WILL BEER ever edge out wine as the go-to beverage of gourmet cuisine?

That's the underlying theme this weekend in Washington, D.C., at Savor: An American Craft Beer & Food Experience. The highly anticipated, first-time event features 48 breweries from across the country, pairing their beers with small plates.

Allagash White and carrot ginger curry soup . . . Dogfish Head Palo Santo Marron and pan-seared Pilsener sirloin tips with shiitake blue-cheese sauce . . . Flying Dog Kerberos Tripel with Peking duck purses . . . I'm drooling all over my keyboard!

In addition to all that good beer and food, several panels of experts will chat up the growing beer-and-food trend with a focus on how it compares with wine. Among the speakers is celebrity chef Dave Lieberman, host of the Food Network series "Good Deal with Dave Lieberman," and beer connoisseur at Anheuser-Busch's "Here's to Beer" campaign.

I caught up with Lieberman, a Philly guy who grew up at 19th and Pine streets, for a quick chat about beer and food. I had one hand on a pint glass while typing up the interview, so the following is a not-quite verbatim version:

Joe Sixpack: Your presentation is called "Pairing America's Favorite Dips." Is that like matching up George Bush with Paris Hilton?

David Lieberman: No . . . I wanted to do something fun and casual for the event, and I thought of dips. When you're starting out with beer and food pairings, it's easier to think about casual entertaining situations. So one of the things we'll be doing is a smoked salmon dip that I'll pair with a light American lager.

You don't want to pair something light like salmon or cream with something robust. A light American lager won't overpower the modest flavors of salmon.

J6: Where is the beer-and-food trend right now?

DL: I think we're in the very early stages of people's awareness and integration in our lives. Certainly, beer enthusiasts are well ahead of the curve, but if you talk to your average foodie or your average joe, he has yet to understand and explore the breadth and range of beer and food pairings.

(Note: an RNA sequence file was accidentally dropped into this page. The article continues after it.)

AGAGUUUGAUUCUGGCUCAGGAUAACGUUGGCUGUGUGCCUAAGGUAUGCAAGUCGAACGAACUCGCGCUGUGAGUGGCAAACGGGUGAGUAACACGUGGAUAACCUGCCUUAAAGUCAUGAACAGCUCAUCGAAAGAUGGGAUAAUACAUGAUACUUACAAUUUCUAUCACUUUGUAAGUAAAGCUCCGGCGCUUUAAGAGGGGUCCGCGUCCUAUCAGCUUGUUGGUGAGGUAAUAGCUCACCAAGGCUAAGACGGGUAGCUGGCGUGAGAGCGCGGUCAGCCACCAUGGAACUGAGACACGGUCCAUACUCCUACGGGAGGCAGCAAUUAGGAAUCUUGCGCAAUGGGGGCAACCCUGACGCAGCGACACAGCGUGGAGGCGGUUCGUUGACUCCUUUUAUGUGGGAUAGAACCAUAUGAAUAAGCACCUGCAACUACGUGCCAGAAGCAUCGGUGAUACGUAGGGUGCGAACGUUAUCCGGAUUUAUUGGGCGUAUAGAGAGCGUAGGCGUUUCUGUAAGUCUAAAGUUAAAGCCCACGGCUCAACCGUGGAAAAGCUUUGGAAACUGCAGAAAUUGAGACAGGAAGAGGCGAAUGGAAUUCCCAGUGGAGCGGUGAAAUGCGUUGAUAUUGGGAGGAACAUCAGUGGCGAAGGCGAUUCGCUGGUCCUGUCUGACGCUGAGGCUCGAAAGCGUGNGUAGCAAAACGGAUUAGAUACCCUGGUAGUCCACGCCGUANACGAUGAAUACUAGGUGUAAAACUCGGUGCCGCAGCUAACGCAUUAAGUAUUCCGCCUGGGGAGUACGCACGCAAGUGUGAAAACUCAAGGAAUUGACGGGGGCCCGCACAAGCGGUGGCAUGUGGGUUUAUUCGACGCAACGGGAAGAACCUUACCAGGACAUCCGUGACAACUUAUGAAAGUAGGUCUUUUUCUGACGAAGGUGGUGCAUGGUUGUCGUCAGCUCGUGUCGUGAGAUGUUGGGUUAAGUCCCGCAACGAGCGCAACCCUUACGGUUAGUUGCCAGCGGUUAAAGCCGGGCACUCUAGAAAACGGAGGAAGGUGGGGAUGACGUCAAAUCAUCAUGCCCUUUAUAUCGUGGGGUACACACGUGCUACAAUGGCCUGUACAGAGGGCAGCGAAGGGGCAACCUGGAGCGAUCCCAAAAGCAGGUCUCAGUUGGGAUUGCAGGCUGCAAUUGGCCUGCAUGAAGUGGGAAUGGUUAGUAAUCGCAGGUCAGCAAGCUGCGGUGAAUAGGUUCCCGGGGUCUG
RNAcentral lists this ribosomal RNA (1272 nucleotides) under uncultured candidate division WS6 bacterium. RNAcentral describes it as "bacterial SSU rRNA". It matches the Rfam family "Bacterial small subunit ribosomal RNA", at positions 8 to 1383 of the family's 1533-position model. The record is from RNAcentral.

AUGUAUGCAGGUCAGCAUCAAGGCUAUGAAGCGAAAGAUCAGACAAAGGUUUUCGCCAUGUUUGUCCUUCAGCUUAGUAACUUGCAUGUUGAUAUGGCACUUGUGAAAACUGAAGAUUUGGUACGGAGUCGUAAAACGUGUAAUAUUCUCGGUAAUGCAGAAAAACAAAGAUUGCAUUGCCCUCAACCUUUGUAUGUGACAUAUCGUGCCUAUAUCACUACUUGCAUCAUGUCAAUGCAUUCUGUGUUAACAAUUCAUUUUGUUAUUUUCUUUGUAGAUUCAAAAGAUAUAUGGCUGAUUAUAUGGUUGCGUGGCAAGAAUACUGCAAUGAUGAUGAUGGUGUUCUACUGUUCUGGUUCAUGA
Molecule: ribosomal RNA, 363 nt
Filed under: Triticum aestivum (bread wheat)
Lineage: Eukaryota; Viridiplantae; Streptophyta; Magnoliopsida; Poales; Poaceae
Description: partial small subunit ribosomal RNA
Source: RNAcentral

J6: What's the potential for beer pairing?

DL: I think the sky's the limit. I think what we're trying to do with "Here's to Beer" is not necessarily to compete with wine or spirits, but make it a viable alternative. I like to pair food with wine, but I think food in some cases goes better with beer than wine. That's the next step: put beer on par with wine. That's the ultimate goal.

J6: Do you ever see a time when beer edges out wine as the go-to beverage for foodies?

DL: Not in the French, Michelin three-star-style restaurants. But what we consider fine dining today is changing. It's more about the food and less the atmosphere. It's becoming more casual, and in those settings people are more open to beer and food pairing and less caught up with the image of having a glass of wine . . . The old snobbish attitudes about food and wine won't necessarily change, but there will be a new guard coming on who will really push forward on beer and food.

J6: What would you rather drink with dinner: beer or wine?

DL: I think it depends on the situation. Last night, I had grilled turkey sausage, and I had a bock with it. It was the perfect thing. I wouldn't have wanted a red wine or a white wine. I wanted a Bavarian beer - there's no substitution. But if I were having beef Bourguignon, well, the natural pairing would be a Bordeaux.

J6: What style of beers do you turn to, to bring out the best in food?

DL: I really like wheat beers, a hefeweizen. It's complex, not overpowering, with floral and fruit notes, with some hoppiness and malt. It has all the things that you want from beer in harmony. And it pairs well with a lot of different foods.

J6: Can you tell me an unusual beer and food pairing you've encountered lately?

DL: I'm not huge into fruit beer, but I had a peach beer that was really nice as an aperitif with cheese. I thought it worked really well. That intense fruitiness of the beer, but with a light body - it worked well with goat cheese.

J6: Do your fellow celebrity chefs ever give you grief for pairing your dishes with beer instead of wine?

DL: Never. Anyone who knows food and drink knows beer is part of cuisine. To make fun of beer would be just ignorant.

Beer events

_ Tickets are still available for Savor tomorrow at the Andrew W. Mellon Auditorium in Washington, D.C. For info, see www.beertown.org/events/savor.

_ Join Joe Sixpack tomorrow at the 8th Annual Brandywine Valley Craft Brewers Festival at Iron Hill Brewery, 30 E. State St., Media. Held on the street outside the brewpub, the event features craft beer from 25 of the region's top breweries and raises funds for the Media Youth Center.

Joe Sixpack will sign copies of his new book, "Joe Sixpack's Philly Beer Guide: A Reporter's Notes on the Best Beer-Drinking City of America."

Taps pour 1-5 p.m., $30/$35 at the door, 610-627-9000. *

"Joe Sixpack" by Don Russell appears weekly in Big Fat Friday. For more on the beer scene in Philly and beyond, visit www.joesixpack.net. Send e-mail to joesixpack@phillynews.com.